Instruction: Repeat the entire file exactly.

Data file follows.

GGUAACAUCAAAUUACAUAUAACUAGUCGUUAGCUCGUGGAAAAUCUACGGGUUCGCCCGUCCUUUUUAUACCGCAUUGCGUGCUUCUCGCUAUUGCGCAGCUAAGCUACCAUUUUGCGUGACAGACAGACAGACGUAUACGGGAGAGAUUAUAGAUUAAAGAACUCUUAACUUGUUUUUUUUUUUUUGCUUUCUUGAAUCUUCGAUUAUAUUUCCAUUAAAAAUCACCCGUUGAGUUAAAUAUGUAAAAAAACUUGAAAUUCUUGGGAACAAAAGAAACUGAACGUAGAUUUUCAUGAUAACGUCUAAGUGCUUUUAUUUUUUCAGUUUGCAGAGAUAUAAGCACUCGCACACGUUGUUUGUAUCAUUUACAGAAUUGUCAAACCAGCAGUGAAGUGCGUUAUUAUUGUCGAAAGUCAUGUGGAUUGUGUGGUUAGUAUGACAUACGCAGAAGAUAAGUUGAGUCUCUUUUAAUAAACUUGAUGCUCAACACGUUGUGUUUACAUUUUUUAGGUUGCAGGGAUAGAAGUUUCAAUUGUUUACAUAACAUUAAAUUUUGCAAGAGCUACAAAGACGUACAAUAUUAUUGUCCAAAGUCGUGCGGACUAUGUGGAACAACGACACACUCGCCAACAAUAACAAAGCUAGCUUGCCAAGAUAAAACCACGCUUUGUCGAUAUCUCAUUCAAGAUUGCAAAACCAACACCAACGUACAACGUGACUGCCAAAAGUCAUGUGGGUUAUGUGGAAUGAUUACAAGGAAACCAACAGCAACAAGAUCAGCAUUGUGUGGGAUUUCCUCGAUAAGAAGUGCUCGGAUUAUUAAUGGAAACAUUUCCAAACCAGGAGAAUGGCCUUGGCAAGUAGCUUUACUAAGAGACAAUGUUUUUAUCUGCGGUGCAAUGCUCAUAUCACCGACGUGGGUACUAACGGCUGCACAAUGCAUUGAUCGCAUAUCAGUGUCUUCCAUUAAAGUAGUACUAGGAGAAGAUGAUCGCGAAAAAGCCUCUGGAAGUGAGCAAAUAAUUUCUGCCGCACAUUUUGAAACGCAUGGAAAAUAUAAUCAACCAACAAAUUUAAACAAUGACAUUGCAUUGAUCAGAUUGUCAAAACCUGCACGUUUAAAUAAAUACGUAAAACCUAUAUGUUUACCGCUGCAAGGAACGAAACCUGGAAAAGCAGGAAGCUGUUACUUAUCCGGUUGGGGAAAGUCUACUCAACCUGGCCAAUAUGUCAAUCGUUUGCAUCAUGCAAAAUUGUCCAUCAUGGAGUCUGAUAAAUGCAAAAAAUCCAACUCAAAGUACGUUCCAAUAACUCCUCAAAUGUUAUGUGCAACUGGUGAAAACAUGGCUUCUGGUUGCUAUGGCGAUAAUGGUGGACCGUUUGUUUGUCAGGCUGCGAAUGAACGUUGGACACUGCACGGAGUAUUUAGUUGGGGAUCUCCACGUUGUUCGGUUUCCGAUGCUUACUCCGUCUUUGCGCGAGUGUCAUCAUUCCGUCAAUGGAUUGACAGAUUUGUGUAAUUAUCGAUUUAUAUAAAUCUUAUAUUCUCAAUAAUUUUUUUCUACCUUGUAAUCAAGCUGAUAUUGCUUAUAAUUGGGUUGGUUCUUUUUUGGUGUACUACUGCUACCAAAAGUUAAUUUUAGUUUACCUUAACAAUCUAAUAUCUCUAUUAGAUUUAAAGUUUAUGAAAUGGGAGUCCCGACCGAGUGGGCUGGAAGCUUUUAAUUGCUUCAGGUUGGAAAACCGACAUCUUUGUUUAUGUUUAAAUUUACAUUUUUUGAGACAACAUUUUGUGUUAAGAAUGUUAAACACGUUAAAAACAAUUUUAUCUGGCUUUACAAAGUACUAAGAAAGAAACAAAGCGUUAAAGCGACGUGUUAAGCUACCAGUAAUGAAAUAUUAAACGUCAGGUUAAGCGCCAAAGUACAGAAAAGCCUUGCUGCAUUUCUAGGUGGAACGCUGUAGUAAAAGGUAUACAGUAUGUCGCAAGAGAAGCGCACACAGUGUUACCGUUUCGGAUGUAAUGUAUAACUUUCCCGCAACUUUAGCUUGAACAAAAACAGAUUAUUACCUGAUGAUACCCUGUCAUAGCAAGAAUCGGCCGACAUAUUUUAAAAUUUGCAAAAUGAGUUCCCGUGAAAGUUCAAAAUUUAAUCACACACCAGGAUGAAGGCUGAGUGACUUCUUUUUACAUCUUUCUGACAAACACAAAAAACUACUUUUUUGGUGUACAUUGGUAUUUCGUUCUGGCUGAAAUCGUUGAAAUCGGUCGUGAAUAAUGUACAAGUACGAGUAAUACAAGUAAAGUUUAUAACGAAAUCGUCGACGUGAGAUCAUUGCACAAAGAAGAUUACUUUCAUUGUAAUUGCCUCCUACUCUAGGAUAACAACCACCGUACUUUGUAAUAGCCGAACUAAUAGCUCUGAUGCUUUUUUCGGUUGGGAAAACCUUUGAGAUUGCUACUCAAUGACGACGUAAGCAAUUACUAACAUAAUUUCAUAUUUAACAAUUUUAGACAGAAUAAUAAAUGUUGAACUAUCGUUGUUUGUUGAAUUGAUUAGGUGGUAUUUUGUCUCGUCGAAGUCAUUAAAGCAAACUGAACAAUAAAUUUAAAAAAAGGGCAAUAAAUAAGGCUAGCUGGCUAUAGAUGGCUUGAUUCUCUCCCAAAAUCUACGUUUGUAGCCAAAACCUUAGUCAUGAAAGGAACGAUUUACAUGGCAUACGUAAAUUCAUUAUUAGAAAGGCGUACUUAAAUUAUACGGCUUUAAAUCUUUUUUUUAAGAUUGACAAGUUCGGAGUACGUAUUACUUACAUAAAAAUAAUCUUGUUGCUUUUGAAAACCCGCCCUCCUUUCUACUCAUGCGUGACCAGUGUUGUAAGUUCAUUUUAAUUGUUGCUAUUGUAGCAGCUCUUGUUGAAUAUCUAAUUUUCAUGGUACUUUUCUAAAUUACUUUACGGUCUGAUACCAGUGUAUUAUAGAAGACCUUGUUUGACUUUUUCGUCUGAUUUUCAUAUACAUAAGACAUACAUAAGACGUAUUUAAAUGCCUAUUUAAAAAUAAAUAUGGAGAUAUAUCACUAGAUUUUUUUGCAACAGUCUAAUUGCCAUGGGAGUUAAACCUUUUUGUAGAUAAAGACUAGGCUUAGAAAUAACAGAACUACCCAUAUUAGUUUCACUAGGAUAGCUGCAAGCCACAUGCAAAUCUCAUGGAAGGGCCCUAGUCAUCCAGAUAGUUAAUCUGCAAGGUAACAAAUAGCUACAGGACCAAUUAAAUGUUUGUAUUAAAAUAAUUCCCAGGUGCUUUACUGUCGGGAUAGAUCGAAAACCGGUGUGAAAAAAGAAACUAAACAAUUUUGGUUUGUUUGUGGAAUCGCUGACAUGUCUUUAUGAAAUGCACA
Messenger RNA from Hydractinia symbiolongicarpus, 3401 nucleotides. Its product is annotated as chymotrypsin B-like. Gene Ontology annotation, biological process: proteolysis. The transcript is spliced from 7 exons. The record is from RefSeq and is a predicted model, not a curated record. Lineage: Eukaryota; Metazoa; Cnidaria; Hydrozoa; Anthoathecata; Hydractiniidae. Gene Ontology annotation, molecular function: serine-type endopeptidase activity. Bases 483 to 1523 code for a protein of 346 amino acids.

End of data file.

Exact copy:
GGUAACAUCAAAUUACAUAUAACUAGUCGUUAGCUCGUGGAAAAUCUACGGGUUCGCCCGUCCUUUUUAUACCGCAUUGCGUGCUUCUCGCUAUUGCGCAGCUAAGCUACCAUUUUGCGUGACAGACAGACAGACGUAUACGGGAGAGAUUAUAGAUUAAAGAACUCUUAACUUGUUUUUUUUUUUUUGCUUUCUUGAAUCUUCGAUUAUAUUUCCAUUAAAAAUCACCCGUUGAGUUAAAUAUGUAAAAAAACUUGAAAUUCUUGGGAACAAAAGAAACUGAACGUAGAUUUUCAUGAUAACGUCUAAGUGCUUUUAUUUUUUCAGUUUGCAGAGAUAUAAGCACUCGCACACGUUGUUUGUAUCAUUUACAGAAUUGUCAAACCAGCAGUGAAGUGCGUUAUUAUUGUCGAAAGUCAUGUGGAUUGUGUGGUUAGUAUGACAUACGCAGAAGAUAAGUUGAGUCUCUUUUAAUAAACUUGAUGCUCAACACGUUGUGUUUACAUUUUUUAGGUUGCAGGGAUAGAAGUUUCAAUUGUUUACAUAACAUUAAAUUUUGCAAGAGCUACAAAGACGUACAAUAUUAUUGUCCAAAGUCGUGCGGACUAUGUGGAACAACGACACACUCGCCAACAAUAACAAAGCUAGCUUGCCAAGAUAAAACCACGCUUUGUCGAUAUCUCAUUCAAGAUUGCAAAACCAACACCAACGUACAACGUGACUGCCAAAAGUCAUGUGGGUUAUGUGGAAUGAUUACAAGGAAACCAACAGCAACAAGAUCAGCAUUGUGUGGGAUUUCCUCGAUAAGAAGUGCUCGGAUUAUUAAUGGAAACAUUUCCAAACCAGGAGAAUGGCCUUGGCAAGUAGCUUUACUAAGAGACAAUGUUUUUAUCUGCGGUGCAAUGCUCAUAUCACCGACGUGGGUACUAACGGCUGCACAAUGCAUUGAUCGCAUAUCAGUGUCUUCCAUUAAAGUAGUACUAGGAGAAGAUGAUCGCGAAAAAGCCUCUGGAAGUGAGCAAAUAAUUUCUGCCGCACAUUUUGAAACGCAUGGAAAAUAUAAUCAACCAACAAAUUUAAACAAUGACAUUGCAUUGAUCAGAUUGUCAAAACCUGCACGUUUAAAUAAAUACGUAAAACCUAUAUGUUUACCGCUGCAAGGAACGAAACCUGGAAAAGCAGGAAGCUGUUACUUAUCCGGUUGGGGAAAGUCUACUCAACCUGGCCAAUAUGUCAAUCGUUUGCAUCAUGCAAAAUUGUCCAUCAUGGAGUCUGAUAAAUGCAAAAAAUCCAACUCAAAGUACGUUCCAAUAACUCCUCAAAUGUUAUGUGCAACUGGUGAAAACAUGGCUUCUGGUUGCUAUGGCGAUAAUGGUGGACCGUUUGUUUGUCAGGCUGCGAAUGAACGUUGGACACUGCACGGAGUAUUUAGUUGGGGAUCUCCACGUUGUUCGGUUUCCGAUGCUUACUCCGUCUUUGCGCGAGUGUCAUCAUUCCGUCAAUGGAUUGACAGAUUUGUGUAAUUAUCGAUUUAUAUAAAUCUUAUAUUCUCAAUAAUUUUUUUCUACCUUGUAAUCAAGCUGAUAUUGCUUAUAAUUGGGUUGGUUCUUUUUUGGUGUACUACUGCUACCAAAAGUUAAUUUUAGUUUACCUUAACAAUCUAAUAUCUCUAUUAGAUUUAAAGUUUAUGAAAUGGGAGUCCCGACCGAGUGGGCUGGAAGCUUUUAAUUGCUUCAGGUUGGAAAACCGACAUCUUUGUUUAUGUUUAAAUUUACAUUUUUUGAGACAACAUUUUGUGUUAAGAAUGUUAAACACGUUAAAAACAAUUUUAUCUGGCUUUACAAAGUACUAAGAAAGAAACAAAGCGUUAAAGCGACGUGUUAAGCUACCAGUAAUGAAAUAUUAAACGUCAGGUUAAGCGCCAAAGUACAGAAAAGCCUUGCUGCAUUUCUAGGUGGAACGCUGUAGUAAAAGGUAUACAGUAUGUCGCAAGAGAAGCGCACACAGUGUUACCGUUUCGGAUGUAAUGUAUAACUUUCCCGCAACUUUAGCUUGAACAAAAACAGAUUAUUACCUGAUGAUACCCUGUCAUAGCAAGAAUCGGCCGACAUAUUUUAAAAUUUGCAAAAUGAGUUCCCGUGAAAGUUCAAAAUUUAAUCACACACCAGGAUGAAGGCUGAGUGACUUCUUUUUACAUCUUUCUGACAAACACAAAAAACUACUUUUUUGGUGUACAUUGGUAUUUCGUUCUGGCUGAAAUCGUUGAAAUCGGUCGUGAAUAAUGUACAAGUACGAGUAAUACAAGUAAAGUUUAUAACGAAAUCGUCGACGUGAGAUCAUUGCACAAAGAAGAUUACUUUCAUUGUAAUUGCCUCCUACUCUAGGAUAACAACCACCGUACUUUGUAAUAGCCGAACUAAUAGCUCUGAUGCUUUUUUCGGUUGGGAAAACCUUUGAGAUUGCUACUCAAUGACGACGUAAGCAAUUACUAACAUAAUUUCAUAUUUAACAAUUUUAGACAGAAUAAUAAAUGUUGAACUAUCGUUGUUUGUUGAAUUGAUUAGGUGGUAUUUUGUCUCGUCGAAGUCAUUAAAGCAAACUGAACAAUAAAUUUAAAAAAAGGGCAAUAAAUAAGGCUAGCUGGCUAUAGAUGGCUUGAUUCUCUCCCAAAAUCUACGUUUGUAGCCAAAACCUUAGUCAUGAAAGGAACGAUUUACAUGGCAUACGUAAAUUCAUUAUUAGAAAGGCGUACUUAAAUUAUACGGCUUUAAAUCUUUUUUUUAAGAUUGACAAGUUCGGAGUACGUAUUACUUACAUAAAAAUAAUCUUGUUGCUUUUGAAAACCCGCCCUCCUUUCUACUCAUGCGUGACCAGUGUUGUAAGUUCAUUUUAAUUGUUGCUAUUGUAGCAGCUCUUGUUGAAUAUCUAAUUUUCAUGGUACUUUUCUAAAUUACUUUACGGUCUGAUACCAGUGUAUUAUAGAAGACCUUGUUUGACUUUUUCGUCUGAUUUUCAUAUACAUAAGACAUACAUAAGACGUAUUUAAAUGCCUAUUUAAAAAUAAAUAUGGAGAUAUAUCACUAGAUUUUUUUGCAACAGUCUAAUUGCCAUGGGAGUUAAACCUUUUUGUAGAUAAAGACUAGGCUUAGAAAUAACAGAACUACCCAUAUUAGUUUCACUAGGAUAGCUGCAAGCCACAUGCAAAUCUCAUGGAAGGGCCCUAGUCAUCCAGAUAGUUAAUCUGCAAGGUAACAAAUAGCUACAGGACCAAUUAAAUGUUUGUAUUAAAAUAAUUCCCAGGUGCUUUACUGUCGGGAUAGAUCGAAAACCGGUGUGAAAAAAGAAACUAAACAAUUUUGGUUUGUUUGUGGAAUCGCUGACAUGUCUUUAUGAAAUGCACA
Messenger RNA from Hydractinia symbiolongicarpus, 3401 nucleotides. Its product is annotated as chymotrypsin B-like. Gene Ontology annotation, biological process: proteolysis. The transcript is spliced from 7 exons. The record is from RefSeq and is a predicted model, not a curated record. Lineage: Eukaryota; Metazoa; Cnidaria; Hydrozoa; Anthoathecata; Hydractiniidae. Gene Ontology annotation, molecular function: serine-type endopeptidase activity. Bases 483 to 1523 code for a protein of 346 amino acids.